It does not trivialise the fears, tears and the breakdowns that Kiara has. Gauri allows the screenplay to flow, unmasking one fear after another, slowly charting her transformation from a woman who constantly questions her own imperfections to someone who actually embraces them.
There are plenty of unanswered questions in Dear Zindagi. The mysteries around Dr Jehangir Khan (Shah Rukh Khan) remain unresolved, while the mysterious love life of Raghuvendra (Kunal Kapoor) remains ambiguous until the end. And many such aspects persist- Jackie’s boyfriend and Aditya Roy Kapoor’s fleeting kursiwalla. These little information, little teasers, come and go in their own subtlety, relayed to the viewers as Kiara (Alia Bhatt) receives and interprets them. There is no greater explanation, beyond what Kiara sees, understands and perceives around her. There one scene that departed from that narrative was Jehangir sitting on the odd chair in his makeshift clinic and the chair creaking- without any devices, that extension showed us Jehangir’s romantic interest in Kiara.
But that was also what set it apart from the deluge of movies being made out there about “living the moment”- Gauri Shinde does not deviate from the main protagonist of the story- this is the story of Kiara the young, ambitious, emotionally unstable, hugely talented cinematographer. Not the story of the the plethora of good looking hunks who cross paths with her over the course of the movie.
And Dear Zindagi was not so much about “living the moment”, it was a form of backhanded celebration of the emotional troubles the young tend to face when dealing with relationships, commitments, and demons of incomplete or bitter childhood grudges. It does not trivialise the fears, tears and the breakdowns that Kiara has. Gauri allows the screenplay to flow, unmasking one fear after another, slowly charting her transformation from a woman who constantly questions her own imperfections to someone who actually embraces them.
It retains the ambiguity of life and romance, not offering, or preaching any solutions to life’s trickiest aspects. “Problems will definitely come again,” says Shah Rukh Khan’s charming Dr Jehangir Khan- “but, now you know how to face them.” And there was Alia Bhatt’s Kaira, sitting opposite him, shooting glances reminiscent of a teenager obsessively in love but at the same time exercising the composure that the new, grown up Kaira has. She verbally communicates her feelings, but isn’t impulsive about it.
Dear Zindagi’s approach to mental health is mature, accepting and natural- just like Alia Bhatt’s stupendous performance. I was one of the sceptics who had doubted her acting range after that superficial debut in Karan Johar’s Student of the Year. But four years later, Bhatt’s range is almost as good as any of the other female A-listers in Bollywood. In Highway, in which she delivered one the most restrained performances of a person suffering from Stockholm Syndrome, she might had to compete for the acting accolades with Randeep Hooda. But here, she has no competition. Even Shah Rukh Khan, despite his charm and owning some of the film’s best lines, didn’t quite match her.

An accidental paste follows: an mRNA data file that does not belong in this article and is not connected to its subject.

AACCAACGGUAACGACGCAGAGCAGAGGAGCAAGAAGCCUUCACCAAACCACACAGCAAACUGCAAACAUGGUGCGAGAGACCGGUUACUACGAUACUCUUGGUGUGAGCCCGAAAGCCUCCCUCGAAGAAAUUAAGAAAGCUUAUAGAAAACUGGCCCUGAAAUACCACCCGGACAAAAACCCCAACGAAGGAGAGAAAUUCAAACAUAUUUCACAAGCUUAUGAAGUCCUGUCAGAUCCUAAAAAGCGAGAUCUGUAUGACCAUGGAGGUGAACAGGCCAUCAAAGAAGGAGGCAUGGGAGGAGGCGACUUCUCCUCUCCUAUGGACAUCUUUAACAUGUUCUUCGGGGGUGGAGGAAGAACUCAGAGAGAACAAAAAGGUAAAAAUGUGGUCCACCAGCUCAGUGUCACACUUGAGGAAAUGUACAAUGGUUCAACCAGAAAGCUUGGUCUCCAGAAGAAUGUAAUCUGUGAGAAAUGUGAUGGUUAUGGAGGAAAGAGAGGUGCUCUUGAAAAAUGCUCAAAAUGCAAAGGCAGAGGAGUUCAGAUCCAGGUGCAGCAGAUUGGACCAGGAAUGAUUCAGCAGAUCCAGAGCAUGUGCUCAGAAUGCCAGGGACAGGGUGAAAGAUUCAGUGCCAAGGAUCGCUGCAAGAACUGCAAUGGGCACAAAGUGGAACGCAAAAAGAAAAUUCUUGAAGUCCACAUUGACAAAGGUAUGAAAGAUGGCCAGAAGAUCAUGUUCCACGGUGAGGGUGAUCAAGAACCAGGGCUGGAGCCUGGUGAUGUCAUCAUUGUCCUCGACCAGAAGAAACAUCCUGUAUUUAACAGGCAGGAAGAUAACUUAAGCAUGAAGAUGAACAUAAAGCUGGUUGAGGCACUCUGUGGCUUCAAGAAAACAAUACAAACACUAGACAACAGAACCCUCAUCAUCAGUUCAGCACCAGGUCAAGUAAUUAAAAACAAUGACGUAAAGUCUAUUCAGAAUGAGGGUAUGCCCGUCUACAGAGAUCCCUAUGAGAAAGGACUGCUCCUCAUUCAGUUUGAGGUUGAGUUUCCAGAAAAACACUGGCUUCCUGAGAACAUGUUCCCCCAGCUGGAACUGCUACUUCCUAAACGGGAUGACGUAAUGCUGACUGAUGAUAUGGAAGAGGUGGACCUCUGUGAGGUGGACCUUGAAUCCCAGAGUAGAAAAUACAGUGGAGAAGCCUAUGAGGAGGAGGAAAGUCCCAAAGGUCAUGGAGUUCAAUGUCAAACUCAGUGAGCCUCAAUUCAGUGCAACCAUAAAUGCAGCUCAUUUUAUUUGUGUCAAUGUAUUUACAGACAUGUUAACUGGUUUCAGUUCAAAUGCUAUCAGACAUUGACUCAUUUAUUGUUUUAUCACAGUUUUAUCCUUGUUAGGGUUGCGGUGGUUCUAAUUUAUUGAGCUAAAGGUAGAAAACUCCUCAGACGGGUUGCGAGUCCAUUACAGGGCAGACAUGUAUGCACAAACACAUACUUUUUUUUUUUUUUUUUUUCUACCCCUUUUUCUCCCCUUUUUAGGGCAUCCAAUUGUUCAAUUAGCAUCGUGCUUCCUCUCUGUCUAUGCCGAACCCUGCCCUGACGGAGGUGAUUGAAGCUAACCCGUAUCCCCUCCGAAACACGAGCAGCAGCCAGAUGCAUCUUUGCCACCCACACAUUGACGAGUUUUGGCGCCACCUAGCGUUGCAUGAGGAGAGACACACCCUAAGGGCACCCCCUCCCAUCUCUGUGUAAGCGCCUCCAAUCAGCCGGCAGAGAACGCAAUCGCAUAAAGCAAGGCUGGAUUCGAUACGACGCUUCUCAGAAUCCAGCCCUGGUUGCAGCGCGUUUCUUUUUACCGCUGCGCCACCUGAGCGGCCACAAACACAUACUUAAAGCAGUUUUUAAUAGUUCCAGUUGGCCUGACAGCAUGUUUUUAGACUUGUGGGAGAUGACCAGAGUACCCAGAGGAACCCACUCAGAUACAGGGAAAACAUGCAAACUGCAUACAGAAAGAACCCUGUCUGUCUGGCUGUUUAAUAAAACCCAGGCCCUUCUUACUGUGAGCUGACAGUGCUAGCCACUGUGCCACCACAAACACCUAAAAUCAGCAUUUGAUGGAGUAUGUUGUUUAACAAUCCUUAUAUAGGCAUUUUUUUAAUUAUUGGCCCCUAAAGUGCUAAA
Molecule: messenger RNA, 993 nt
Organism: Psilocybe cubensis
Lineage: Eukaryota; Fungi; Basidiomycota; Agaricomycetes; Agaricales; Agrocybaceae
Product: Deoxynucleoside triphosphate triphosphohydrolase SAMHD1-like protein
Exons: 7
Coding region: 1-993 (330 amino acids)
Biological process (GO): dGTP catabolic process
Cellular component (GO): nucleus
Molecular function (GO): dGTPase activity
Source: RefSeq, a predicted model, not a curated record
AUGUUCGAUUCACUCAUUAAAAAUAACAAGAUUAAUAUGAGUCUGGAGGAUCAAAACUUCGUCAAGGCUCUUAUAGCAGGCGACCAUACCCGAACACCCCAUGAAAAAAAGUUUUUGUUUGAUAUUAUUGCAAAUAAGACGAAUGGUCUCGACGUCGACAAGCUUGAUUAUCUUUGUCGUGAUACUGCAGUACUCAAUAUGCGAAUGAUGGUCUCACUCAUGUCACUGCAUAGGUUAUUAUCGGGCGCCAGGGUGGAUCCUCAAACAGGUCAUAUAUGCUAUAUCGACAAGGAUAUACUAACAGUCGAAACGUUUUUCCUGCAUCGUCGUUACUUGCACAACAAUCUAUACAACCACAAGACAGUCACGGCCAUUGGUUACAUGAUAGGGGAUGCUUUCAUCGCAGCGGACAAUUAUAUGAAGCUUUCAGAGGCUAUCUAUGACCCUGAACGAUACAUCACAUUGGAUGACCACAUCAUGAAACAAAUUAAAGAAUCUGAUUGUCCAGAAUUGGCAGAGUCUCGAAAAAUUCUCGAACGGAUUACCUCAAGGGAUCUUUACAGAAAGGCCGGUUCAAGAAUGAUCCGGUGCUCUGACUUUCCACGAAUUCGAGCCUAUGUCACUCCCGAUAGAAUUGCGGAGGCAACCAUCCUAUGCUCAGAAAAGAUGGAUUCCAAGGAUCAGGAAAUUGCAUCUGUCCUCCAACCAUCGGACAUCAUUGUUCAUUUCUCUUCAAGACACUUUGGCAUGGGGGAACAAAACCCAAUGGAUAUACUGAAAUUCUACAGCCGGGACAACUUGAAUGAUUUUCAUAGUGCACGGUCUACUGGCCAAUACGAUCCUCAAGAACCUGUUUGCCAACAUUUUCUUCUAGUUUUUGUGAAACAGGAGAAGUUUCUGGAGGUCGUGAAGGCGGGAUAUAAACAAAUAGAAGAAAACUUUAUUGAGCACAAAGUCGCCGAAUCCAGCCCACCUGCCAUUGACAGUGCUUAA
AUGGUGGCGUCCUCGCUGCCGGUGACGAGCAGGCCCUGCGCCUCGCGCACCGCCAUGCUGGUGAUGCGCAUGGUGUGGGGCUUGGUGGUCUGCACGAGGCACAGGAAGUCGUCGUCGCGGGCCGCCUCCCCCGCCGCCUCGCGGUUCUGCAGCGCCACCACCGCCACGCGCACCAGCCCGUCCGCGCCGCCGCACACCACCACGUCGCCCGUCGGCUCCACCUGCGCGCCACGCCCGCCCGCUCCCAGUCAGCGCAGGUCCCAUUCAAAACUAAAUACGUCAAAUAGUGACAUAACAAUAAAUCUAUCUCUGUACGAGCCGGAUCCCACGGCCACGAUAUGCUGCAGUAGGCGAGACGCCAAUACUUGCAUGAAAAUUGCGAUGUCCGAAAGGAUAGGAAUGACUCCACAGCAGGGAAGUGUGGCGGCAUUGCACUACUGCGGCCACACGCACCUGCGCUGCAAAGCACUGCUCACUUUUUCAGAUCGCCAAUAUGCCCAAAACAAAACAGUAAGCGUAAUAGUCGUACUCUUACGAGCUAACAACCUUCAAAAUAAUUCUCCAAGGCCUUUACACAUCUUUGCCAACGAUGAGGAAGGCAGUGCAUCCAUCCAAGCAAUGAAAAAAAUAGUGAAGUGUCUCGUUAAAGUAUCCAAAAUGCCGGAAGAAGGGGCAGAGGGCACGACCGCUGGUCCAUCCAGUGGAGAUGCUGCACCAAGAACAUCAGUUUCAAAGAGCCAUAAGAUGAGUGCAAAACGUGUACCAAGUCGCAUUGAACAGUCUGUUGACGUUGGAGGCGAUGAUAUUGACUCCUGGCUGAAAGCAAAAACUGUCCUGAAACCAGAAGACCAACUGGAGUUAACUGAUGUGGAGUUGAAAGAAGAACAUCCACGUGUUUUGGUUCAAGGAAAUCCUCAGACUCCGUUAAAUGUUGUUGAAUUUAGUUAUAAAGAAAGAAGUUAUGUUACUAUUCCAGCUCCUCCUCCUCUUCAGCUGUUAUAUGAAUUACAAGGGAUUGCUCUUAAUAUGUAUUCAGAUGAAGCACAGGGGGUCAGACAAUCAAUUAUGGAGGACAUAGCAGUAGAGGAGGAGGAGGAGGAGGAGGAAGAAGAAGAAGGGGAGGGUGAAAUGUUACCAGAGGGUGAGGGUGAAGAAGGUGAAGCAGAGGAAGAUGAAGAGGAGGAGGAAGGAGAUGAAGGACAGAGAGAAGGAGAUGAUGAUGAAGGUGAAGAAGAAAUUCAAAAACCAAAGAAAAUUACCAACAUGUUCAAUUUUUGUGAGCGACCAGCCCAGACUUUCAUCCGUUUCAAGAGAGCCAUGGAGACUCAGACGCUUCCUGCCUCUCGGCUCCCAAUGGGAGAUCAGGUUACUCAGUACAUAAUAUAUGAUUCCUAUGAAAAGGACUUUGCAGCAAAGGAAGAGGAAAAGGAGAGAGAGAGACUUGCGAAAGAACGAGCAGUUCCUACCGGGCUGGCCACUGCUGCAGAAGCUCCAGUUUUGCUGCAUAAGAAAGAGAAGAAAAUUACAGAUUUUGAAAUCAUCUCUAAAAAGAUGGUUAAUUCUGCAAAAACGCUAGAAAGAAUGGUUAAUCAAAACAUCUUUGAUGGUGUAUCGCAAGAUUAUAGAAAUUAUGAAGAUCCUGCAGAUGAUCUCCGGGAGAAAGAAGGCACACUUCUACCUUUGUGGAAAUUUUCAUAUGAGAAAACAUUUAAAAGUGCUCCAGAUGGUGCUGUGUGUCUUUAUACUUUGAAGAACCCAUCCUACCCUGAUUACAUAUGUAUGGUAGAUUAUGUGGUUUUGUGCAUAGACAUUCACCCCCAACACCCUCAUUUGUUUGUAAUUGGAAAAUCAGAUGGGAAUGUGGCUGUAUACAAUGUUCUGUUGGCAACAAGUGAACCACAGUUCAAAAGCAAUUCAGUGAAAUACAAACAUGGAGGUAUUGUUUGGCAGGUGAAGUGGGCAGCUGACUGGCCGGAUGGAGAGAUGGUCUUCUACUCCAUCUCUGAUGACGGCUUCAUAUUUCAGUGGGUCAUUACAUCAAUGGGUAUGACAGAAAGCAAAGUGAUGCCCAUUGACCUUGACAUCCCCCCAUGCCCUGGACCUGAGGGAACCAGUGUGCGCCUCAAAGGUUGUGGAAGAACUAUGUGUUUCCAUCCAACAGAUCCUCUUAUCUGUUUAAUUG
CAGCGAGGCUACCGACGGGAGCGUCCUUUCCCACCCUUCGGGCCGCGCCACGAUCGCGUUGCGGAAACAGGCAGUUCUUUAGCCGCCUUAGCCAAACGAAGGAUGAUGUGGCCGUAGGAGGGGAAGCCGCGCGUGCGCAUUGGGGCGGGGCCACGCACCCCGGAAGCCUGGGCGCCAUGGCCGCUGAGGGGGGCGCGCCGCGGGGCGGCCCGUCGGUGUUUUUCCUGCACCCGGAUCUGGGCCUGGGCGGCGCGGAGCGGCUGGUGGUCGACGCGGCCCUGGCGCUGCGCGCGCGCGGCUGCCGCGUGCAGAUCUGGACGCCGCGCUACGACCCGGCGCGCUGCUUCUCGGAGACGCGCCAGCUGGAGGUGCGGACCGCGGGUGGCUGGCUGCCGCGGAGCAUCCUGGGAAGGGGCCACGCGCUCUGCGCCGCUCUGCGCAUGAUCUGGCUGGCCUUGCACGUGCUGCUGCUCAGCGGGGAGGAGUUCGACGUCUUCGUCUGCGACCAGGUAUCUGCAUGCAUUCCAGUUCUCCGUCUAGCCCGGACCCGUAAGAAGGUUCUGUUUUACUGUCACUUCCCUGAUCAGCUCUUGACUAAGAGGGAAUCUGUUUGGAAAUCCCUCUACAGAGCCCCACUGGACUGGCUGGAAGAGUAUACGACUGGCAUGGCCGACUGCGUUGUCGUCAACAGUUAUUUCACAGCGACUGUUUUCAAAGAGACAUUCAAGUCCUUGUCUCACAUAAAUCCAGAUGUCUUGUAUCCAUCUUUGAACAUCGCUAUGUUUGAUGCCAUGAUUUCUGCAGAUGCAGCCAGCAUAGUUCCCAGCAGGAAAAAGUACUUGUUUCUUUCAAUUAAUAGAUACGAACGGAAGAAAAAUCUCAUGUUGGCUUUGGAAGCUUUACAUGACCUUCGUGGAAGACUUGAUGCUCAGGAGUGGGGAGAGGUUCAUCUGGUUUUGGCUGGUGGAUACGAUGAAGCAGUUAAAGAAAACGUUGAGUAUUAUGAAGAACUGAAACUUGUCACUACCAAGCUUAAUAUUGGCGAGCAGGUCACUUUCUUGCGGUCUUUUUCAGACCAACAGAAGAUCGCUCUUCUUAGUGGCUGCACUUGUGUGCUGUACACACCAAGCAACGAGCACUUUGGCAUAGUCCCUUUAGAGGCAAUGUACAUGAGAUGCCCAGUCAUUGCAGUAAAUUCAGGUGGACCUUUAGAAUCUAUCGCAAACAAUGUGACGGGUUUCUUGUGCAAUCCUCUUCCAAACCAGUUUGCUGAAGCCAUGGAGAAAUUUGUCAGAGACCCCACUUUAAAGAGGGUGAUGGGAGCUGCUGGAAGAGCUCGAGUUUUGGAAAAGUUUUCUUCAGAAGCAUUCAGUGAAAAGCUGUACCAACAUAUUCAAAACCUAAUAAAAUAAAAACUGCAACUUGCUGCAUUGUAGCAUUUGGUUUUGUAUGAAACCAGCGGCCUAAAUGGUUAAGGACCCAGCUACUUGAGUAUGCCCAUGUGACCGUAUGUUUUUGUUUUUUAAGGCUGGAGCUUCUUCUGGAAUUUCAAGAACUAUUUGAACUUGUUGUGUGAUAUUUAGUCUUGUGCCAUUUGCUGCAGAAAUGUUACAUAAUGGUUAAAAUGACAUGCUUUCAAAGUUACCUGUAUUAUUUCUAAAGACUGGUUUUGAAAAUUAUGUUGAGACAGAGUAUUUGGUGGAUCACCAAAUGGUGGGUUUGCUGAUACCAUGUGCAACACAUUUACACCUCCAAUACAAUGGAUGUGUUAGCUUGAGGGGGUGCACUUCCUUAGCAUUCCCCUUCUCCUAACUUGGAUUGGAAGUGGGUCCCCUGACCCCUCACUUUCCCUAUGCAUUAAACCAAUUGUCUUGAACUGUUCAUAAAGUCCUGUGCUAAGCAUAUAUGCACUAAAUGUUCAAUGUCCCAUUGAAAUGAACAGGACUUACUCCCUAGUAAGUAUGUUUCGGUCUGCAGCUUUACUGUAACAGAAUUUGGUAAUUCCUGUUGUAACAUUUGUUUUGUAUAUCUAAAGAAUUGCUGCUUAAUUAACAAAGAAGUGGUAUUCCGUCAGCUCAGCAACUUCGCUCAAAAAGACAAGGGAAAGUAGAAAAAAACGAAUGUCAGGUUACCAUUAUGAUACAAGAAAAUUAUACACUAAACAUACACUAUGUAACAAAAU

And belying his own superstardom, the King Khan does his part for the film and takes a seat back, allowing the focus to remain on Kaira, never trying too hard. This was probably his most natural performance since Swades, some 12 years back. (Even Chak de India had him fully taking charge at some point).
This movie is to Bhatt was Kahaani was to Vidya Balan and what Queen was to Kangana Ranaut.
But above all that, is Gauri showing that English Vinglish wasn’t just a flash in the pan. Aside of the par excellence writing, she shows that she is quite the auteur in using devices and props to tell the story without sounding overtly explanatory. In many scenes, the fleeting glance, the creaking chair, the waves, the subtlety of the lyrics, all come together to tell the story in much concise circumstances than dialogues can.
One such example is the early scenes which showed Kiara’s conflicted love life. There were as little dialogues as possible- “I slept with Raghuvendra” was the most striking dialogue in that opening exchanges- and Gauri maintains this tone, this coldness- because this was Kaira’s world- A web conflicted emotions that even she can’t express or figure out.
Go to hell, she tells her heart through Sunidi Chauhan’s brimming voice and Amit Trivedi’s excellent work in the musical score. Gauri uses Amit brilliantly as well- Ali Zafar’s portions were almost entirely told with those snippets hidden within the songs that the character sings out, and Love You Zindagi pays a beautiful tribute to Kaira’s transformation before winding up the final act.
One year ago, Tamasha was released- telling a story of Ved Vardhan Sahani in an entirely predictable manner but with such nuances, and storytelling devices, that it remains in my top shelf collection until today.
Similarly, Gauri’s work never pretends to hold twists and turns. Life takes its own course, one sunshine at a time. But the story of a woman’s transformation, regardless of predictability, is simply beautiful.
Dear Zindagi is a promise that delivered.